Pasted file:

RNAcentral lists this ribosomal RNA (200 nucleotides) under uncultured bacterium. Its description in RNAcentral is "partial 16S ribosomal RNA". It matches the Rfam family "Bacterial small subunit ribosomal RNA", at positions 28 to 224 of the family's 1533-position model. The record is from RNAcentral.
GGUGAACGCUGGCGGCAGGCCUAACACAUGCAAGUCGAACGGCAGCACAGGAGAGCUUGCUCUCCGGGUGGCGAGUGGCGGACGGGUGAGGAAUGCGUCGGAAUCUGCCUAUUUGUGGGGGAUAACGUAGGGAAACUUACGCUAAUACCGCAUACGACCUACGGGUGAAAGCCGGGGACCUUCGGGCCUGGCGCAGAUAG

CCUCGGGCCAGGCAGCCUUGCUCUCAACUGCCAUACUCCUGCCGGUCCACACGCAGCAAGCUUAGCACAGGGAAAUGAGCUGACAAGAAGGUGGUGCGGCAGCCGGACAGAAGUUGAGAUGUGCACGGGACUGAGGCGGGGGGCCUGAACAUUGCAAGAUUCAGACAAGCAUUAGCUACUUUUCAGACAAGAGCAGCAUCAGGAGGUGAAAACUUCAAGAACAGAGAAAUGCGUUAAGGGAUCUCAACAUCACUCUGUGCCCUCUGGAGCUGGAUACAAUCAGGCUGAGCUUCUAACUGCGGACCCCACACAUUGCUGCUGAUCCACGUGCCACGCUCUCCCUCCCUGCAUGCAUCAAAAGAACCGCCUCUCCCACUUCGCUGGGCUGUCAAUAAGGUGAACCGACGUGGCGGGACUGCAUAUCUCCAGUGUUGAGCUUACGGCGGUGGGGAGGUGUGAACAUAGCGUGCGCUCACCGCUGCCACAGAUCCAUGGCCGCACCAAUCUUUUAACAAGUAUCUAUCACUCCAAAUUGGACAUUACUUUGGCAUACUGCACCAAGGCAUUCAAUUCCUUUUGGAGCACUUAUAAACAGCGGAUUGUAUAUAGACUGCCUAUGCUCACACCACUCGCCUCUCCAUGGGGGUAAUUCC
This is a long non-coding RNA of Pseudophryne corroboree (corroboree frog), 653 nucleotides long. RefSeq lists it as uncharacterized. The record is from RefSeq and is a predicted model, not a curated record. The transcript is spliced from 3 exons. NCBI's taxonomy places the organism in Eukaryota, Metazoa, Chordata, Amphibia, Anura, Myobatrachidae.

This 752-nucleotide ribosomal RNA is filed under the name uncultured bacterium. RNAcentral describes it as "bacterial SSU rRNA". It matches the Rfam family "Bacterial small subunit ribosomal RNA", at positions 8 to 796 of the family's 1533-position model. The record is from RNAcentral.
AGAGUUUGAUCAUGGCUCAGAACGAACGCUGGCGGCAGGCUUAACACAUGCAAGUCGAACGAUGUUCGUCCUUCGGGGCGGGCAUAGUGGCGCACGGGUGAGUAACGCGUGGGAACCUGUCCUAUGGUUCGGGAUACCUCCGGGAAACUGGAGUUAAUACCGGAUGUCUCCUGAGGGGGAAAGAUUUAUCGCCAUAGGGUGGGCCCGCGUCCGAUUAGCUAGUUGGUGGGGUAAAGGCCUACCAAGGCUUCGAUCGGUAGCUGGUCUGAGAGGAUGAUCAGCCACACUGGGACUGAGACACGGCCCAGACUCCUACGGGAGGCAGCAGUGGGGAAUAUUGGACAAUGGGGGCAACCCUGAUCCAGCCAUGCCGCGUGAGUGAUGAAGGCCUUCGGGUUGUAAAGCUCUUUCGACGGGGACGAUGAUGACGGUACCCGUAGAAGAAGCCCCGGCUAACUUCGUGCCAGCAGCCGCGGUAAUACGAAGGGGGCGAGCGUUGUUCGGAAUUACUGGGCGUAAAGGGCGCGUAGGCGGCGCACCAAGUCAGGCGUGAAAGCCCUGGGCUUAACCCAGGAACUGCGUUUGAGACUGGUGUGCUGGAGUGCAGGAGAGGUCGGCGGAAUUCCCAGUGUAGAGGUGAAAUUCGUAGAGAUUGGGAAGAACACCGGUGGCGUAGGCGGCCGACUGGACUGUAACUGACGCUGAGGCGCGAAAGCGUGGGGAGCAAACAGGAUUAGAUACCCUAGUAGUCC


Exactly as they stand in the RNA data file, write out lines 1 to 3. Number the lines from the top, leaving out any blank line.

RNAcentral lists this ribosomal RNA (200 nucleotides) under uncultured bacterium. Its description in RNAcentral is "partial 16S ribosomal RNA". It matches the Rfam family "Bacterial small subunit ribosomal RNA", at positions 28 to 224 of the family's 1533-position model. The record is from RNAcentral.
GGUGAACGCUGGCGGCAGGCCUAACACAUGCAAGUCGAACGGCAGCACAGGAGAGCUUGCUCUCCGGGUGGCGAGUGGCGGACGGGUGAGGAAUGCGUCGGAAUCUGCCUAUUUGUGGGGGAUAACGUAGGGAAACUUACGCUAAUACCGCAUACGACCUACGGGUGAAAGCCGGGGACCUUCGGGCCUGGCGCAGAUAG

CCUCGGGCCAGGCAGCCUUGCUCUCAACUGCCAUACUCCUGCCGGUCCACACGCAGCAAGCUUAGCACAGGGAAAUGAGCUGACAAGAAGGUGGUGCGGCAGCCGGACAGAAGUUGAGAUGUGCACGGGACUGAGGCGGGGGGCCUGAACAUUGCAAGAUUCAGACAAGCAUUAGCUACUUUUCAGACAAGAGCAGCAUCAGGAGGUGAAAACUUCAAGAACAGAGAAAUGCGUUAAGGGAUCUCAACAUCACUCUGUGCCCUCUGGAGCUGGAUACAAUCAGGCUGAGCUUCUAACUGCGGACCCCACACAUUGCUGCUGAUCCACGUGCCACGCUCUCCCUCCCUGCAUGCAUCAAAAGAACCGCCUCUCCCACUUCGCUGGGCUGUCAAUAAGGUGAACCGACGUGGCGGGACUGCAUAUCUCCAGUGUUGAGCUUACGGCGGUGGGGAGGUGUGAACAUAGCGUGCGCUCACCGCUGCCACAGAUCCAUGGCCGCACCAAUCUUUUAACAAGUAUCUAUCACUCCAAAUUGGACAUUACUUUGGCAUACUGCACCAAGGCAUUCAAUUCCUUUUGGAGCACUUAUAAACAGCGGAUUGUAUAUAGACUGCCUAUGCUCACACCACUCGCCUCUCCAUGGGGGUAAUUCC